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Louisville to pay a $12 million settlement to Breonna Taylor family

In the aftermath of the police raid in which 26-year-old emergency medical technician (EMT) Breonna Taylor was killed, the city of Louisville in Kentucky has agreed to a $12 million financial settlement with the victim’s family. The city also agreed to institute changes aimed at preventing future deaths by officers.

The agreement, which was announced Tuesday 15 September, settled a wrongful-death lawsuit brought by Taylor’s family. After months of demonstrations that have left Kentucky’s largest city boarded up, and 6 months after the death of Breonna Taylor in a botched drug raid, city officials have finally agreed to pay her family and institute changes in order to prevent future deaths by police.

This deal is reportedly the biggest payout made by police in the city’s history, according to The Washington Post. In 2012, Louisville paid out $8.5 million to Edwin Chandler after he was wrongfully imprisoned for almost a decade.

The settlement comes after weeks of private talks and negotiations and also includes policing reforms such as a “requirement that commanders approve all search warrants before they go to a judge,” a source told Courier Journal. The settlement also states that officers who choose to live within city lines will receive housing credits, and officers involved in any shooting would be drug and alcohol-tested.

Speaking at a press conference on Tuesday afternoon, Mayor Greg Fischer said: “My administration is not waiting to move ahead with needed reforms to prevent a tragedy like this from ever happening again. When you know what the right thing to do is you do it. Why wait?”

Sam Aguiar, an attorney for Taylor’s family, said the city’s handling of the case had been “slow and frustrating” but hoped the settlement could be “a turning point” for substantial police reform. Since Taylor’s death, activists have led demonstrations around the country to demand that the police be held accountable and that the city council defund the police.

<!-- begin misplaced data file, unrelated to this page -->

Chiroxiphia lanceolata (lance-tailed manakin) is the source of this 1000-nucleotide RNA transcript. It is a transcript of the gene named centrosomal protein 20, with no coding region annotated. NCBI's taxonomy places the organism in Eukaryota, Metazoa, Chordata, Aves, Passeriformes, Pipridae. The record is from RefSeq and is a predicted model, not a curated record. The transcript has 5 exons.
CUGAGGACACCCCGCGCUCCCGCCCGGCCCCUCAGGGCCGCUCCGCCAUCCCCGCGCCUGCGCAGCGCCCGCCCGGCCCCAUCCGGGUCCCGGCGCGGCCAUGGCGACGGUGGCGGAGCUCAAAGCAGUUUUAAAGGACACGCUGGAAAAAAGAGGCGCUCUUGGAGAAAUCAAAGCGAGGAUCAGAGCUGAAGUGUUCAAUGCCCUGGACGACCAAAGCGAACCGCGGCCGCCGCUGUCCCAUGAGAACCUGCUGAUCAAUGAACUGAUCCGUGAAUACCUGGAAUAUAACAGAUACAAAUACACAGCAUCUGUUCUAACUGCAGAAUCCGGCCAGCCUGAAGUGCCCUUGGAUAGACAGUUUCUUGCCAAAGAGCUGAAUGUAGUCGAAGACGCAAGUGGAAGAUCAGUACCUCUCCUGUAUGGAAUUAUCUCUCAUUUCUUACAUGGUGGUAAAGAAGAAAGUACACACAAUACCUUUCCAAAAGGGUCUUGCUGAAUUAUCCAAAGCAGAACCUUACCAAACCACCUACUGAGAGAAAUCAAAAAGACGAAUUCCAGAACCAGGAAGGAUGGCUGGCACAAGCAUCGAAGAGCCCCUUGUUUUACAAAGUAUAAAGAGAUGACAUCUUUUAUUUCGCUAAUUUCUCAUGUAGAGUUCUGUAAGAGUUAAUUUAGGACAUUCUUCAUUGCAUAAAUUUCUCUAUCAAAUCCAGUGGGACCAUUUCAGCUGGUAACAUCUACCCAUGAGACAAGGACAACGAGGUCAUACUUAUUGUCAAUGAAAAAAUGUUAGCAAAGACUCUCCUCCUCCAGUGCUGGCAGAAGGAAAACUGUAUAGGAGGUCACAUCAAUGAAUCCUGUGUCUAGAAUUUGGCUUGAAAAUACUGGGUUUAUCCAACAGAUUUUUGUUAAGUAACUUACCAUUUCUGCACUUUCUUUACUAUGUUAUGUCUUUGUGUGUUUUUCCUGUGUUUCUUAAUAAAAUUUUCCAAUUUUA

It should be noted that the agreement didn’t require the city to acknowledge wrongdoing. Still, Taylor’s family received more than double the amount paid to the relatives of Eric Garner, the man who died in a police chokehold in 2014. Although a few other cases resulted in larger payments, many of them came only after years in court battles. The Louisville agreement was reached in just months.

But this settlement is also surprisingly different for other reasons. Louisville agreed to a dozen of extra changes in an effort to calm the protests down, which is quite unprecedented. The new changes, more specifically the policing ones, will introduce mandatory safeguards that previously were common practice in the department but were not followed the night of the raid. They will also put in place an early warning system to flag police officers who have been accused of ‘excessive force’.

It seems unlikely that a criminal inquiry conducted by the state’s attorney general will result in charges against at least two of the officers, who were standing directly in front of Taylor’s boyfriend when he opened fire first. A third officer, though, has been fired for shooting recklessly that night. According to The New York Times, because the officers were fired upon first, “their actions may be protected under Kentucky’s statute allowing the police to use lethal force in self-defence.”

The results of the investigation are expected to be released soon but if no charges are brought, this settlement might be the closest Taylor’s family comes to justice, along with the changes it demanded. Officers will now be encouraged to perform two hours of paid community service each pay period and will receive housing credits to encourage them to live in the neighbourhoods they police. Furthermore, the police will only be able to conduct a search with ambulances nearby. No-knock search warrants are now banned in the city and similar legislation that would ban the warrants nationwide was introduced in the US Congress.

Change might be coming but justice still isn’t.

How black people found solace in cycling during the Black Lives Matter protests